Subscribe to the Gross Mendelsohn blog

Tags: Scott Handwerger, accounting, business owners, outsourced accounting, Smart Accounting Support Solutions, outsourced CFO

9 Nonprofit Fundraising Ideas To Try Right Now

Posted by Ernie Paszkiewicz on Fri, Nov 03, 2017 @ 08:47 AM


Coming up with fundraising ideas for your nonprofit can be tough. Not only are you competing for donors’ time and money with other local and national nonprofits, but you have to come up with ideas that work and, more importantly, make enough money to make your efforts worthwhile. I’ve been working with nonprofits for almost four decades now, and in that time, I’ve seen the gauntlet of fundraising tactics.

Here are a few ideas to consider for your nonprofit’s fundraising efforts:

1. Crowdfunding

Crowdfunding websites like GoFundMe can be great opportunities to boost your fundraising dollars. While crowdfunding shouldn’t and won’t replace your day-to-day fundraising efforts, crowdfunding can serve as a powerful tool in soliciting more money. It is expected that by 2025, crowdfunding will become a $96 billion industry, a good indication that online giving will only continue to grow. (Learn more about nonprofit crowdfunding here.)

2. Engraved bricks, benches, placards, etc.

Permanent engravings are a great way to raise money and let people leave their mark on a building or area with meaning to them. Oftentimes, due to their prominence, these engravings “sell themselves” due to their high visibility. Some examples include: engraved bricks, fence posts, placards or benches.

3. Sip and paint

With “Paint Nite” events cropping up across the country, it makes sense that nonprofits would capitalize by hosting “paint and sip” nights of their own. Typically, participants pay a flat rate for the cost of materials and the instructor’s time. To cut costs, you can ask participants to bring their own beverages to “sip,” and bypass any restrictions on selling or distributing alcoholic beverages, or include the cost of a drink or two in the registration fee.

4. 50/50 rafflewatch-nonprofit-fundraising-webinar

If you are looking for a low-cost way to add a few additional donation dollars to your next event, consider a 50/50 raffle. To play, all your organization will need a roll of tickets that participants can buy, with the understanding that the winner will receive half of the game’s profits.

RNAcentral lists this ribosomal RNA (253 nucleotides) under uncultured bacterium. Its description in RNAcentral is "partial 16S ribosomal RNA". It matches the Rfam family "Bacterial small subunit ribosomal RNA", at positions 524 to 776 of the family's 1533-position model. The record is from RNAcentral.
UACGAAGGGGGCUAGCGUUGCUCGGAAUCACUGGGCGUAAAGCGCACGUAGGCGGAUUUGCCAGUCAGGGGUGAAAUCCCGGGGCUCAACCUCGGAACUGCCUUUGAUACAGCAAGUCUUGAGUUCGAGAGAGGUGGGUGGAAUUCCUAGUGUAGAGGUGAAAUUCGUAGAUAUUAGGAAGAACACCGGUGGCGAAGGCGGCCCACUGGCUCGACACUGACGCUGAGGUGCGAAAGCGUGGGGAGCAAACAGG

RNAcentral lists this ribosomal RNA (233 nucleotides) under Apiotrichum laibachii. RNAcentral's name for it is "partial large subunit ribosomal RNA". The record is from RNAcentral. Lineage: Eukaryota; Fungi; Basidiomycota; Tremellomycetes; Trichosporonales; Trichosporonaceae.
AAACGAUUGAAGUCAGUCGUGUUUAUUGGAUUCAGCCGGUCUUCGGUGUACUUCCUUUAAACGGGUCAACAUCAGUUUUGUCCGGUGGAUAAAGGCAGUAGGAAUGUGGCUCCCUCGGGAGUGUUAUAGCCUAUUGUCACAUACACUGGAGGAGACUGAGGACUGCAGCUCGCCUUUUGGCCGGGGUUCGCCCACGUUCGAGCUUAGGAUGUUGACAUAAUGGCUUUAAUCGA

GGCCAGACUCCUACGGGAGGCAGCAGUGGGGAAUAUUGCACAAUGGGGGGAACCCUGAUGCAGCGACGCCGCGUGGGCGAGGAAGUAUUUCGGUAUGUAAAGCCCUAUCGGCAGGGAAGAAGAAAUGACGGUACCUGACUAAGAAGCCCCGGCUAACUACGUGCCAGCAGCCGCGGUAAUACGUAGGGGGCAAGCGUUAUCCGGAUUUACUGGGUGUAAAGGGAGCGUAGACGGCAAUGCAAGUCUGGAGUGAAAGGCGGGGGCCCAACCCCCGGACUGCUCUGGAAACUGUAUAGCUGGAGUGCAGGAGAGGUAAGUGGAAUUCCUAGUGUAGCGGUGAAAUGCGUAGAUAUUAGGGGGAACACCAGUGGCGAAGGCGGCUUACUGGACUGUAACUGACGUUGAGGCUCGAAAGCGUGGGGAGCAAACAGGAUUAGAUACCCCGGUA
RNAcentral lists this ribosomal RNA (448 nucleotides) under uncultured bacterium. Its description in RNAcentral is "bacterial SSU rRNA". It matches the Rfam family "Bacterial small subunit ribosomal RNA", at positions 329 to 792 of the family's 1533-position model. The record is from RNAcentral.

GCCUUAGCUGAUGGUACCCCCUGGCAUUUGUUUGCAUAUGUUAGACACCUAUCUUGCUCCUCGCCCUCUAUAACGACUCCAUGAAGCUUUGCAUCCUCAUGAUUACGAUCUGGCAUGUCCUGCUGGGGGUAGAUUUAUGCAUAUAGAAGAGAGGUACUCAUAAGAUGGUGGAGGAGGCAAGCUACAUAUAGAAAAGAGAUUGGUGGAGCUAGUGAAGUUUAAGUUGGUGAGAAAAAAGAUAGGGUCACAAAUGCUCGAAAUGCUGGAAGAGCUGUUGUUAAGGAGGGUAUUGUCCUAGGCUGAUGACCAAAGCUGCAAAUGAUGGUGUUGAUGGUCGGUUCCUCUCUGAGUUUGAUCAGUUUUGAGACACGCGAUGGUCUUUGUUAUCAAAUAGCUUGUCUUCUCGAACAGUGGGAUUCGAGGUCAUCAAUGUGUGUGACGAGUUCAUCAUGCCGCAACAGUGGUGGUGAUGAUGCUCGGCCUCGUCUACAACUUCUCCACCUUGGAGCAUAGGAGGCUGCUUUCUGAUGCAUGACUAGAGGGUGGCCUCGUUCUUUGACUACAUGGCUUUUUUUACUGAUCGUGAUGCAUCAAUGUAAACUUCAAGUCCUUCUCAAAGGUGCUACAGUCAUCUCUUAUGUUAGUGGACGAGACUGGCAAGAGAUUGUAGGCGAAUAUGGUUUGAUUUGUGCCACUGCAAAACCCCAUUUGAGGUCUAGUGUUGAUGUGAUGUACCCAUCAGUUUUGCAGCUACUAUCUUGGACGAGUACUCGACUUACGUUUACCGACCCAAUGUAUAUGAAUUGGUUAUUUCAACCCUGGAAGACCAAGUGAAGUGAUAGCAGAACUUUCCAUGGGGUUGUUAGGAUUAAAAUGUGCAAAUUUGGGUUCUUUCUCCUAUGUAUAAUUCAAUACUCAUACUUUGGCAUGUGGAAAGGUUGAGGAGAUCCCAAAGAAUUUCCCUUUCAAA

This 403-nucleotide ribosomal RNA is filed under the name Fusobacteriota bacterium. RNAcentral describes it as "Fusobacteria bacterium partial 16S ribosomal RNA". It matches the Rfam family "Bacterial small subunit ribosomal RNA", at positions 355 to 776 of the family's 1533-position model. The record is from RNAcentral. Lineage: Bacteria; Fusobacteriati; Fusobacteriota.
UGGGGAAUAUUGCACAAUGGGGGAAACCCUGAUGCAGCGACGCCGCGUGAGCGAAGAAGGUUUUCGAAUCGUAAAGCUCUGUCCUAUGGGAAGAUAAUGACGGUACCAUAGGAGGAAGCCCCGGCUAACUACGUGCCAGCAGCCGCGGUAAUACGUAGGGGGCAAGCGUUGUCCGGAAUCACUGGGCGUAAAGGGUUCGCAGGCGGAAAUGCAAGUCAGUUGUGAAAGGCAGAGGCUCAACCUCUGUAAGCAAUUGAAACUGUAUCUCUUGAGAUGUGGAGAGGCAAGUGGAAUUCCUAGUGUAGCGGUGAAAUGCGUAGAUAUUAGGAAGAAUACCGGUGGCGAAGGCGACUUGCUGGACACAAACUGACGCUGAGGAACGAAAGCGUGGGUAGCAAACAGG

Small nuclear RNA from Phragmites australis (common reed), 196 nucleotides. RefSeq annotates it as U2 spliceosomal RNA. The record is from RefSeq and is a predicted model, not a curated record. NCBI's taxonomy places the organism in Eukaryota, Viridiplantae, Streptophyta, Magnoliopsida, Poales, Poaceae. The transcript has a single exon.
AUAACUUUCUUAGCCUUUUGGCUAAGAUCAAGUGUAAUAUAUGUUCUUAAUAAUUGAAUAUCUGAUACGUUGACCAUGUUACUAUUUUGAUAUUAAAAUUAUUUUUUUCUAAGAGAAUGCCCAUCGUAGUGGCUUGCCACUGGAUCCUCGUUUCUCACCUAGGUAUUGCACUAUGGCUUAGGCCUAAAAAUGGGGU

5. Game night

Hosting a game night, whether it’s bingo, trivia or a Scrabble tournament, can be an effective way to raise funds for your organization. You can charge money per game or as an overall registration fee. Consider also utilizing some mid-event fundraisers (like special games or raffles – like 50/50) to bump up your overall net revenue.

6. T-shirts

If you’ve been to a ballgame recently, you probably noticed people going gaga over t-shirts. T-shirts can be a cheap and effective avenue for brand awareness and potentially even profits. Your nonprofit can have t-shirts printed as part of a campaign (like a walkathon or for volunteers at an event) or create custom shirts to sell on your website (check out this example from the Maryland SPCA).

7. Mini-carnival

Hosting a full-blown carnival can be an intimidating process, so why not start small by ditching the rides and focusing on easy to manage games? Ring tosses, face painting and balloon art can be cheap and fun ways to make money for your organization. (Want more DIY activity ideas? Check out this site.) For food, you could invite a local restaurant(s) or food truck(s) to sell, with a set percentage of their profits being donated to your organization.

8. Auctions with a twist

Chances are you’ve seen a good number of jerseys or sports tickets being auctioned at events, but you can draw some eyeballs (and hopefully dollars) with a prize outside the norm, including:

  • A vacation package (like a trip to Disney World or the Bahamas donated or subsidized by a local travel agent)
  • A fixer-upper package (win a set number of hours donated by a local handyman)
  • A relaxation package (like a trip to the spa donated by a local spa)

9. Yard sale

Ask donors, supporters and the community to donate unwanted items to be sold at a community yard sale, with all proceeds going to your nonprofit. You’ll be surprised how quickly dollars add up, no matter how big or small the purchases.

Learn the basics of nonprofit fundraising

To learn more about how your organization can be successful in its fundraising efforts and techniques to get you there, check out our free on-demand webinar, “Secrets of Successful Nonprofit Fundraising,” presented by fundraising expert Vince Connelly. To start watching the webinar now, click here. 

Tags: Ernie Paszkiewicz, nonprofit, fundraising

The Impact Of Built In Gains Tax On Business Valuation

Posted by David Goldner on Mon, Oct 30, 2017 @ 11:02 AM

impact of built in gains tax on business valuation.png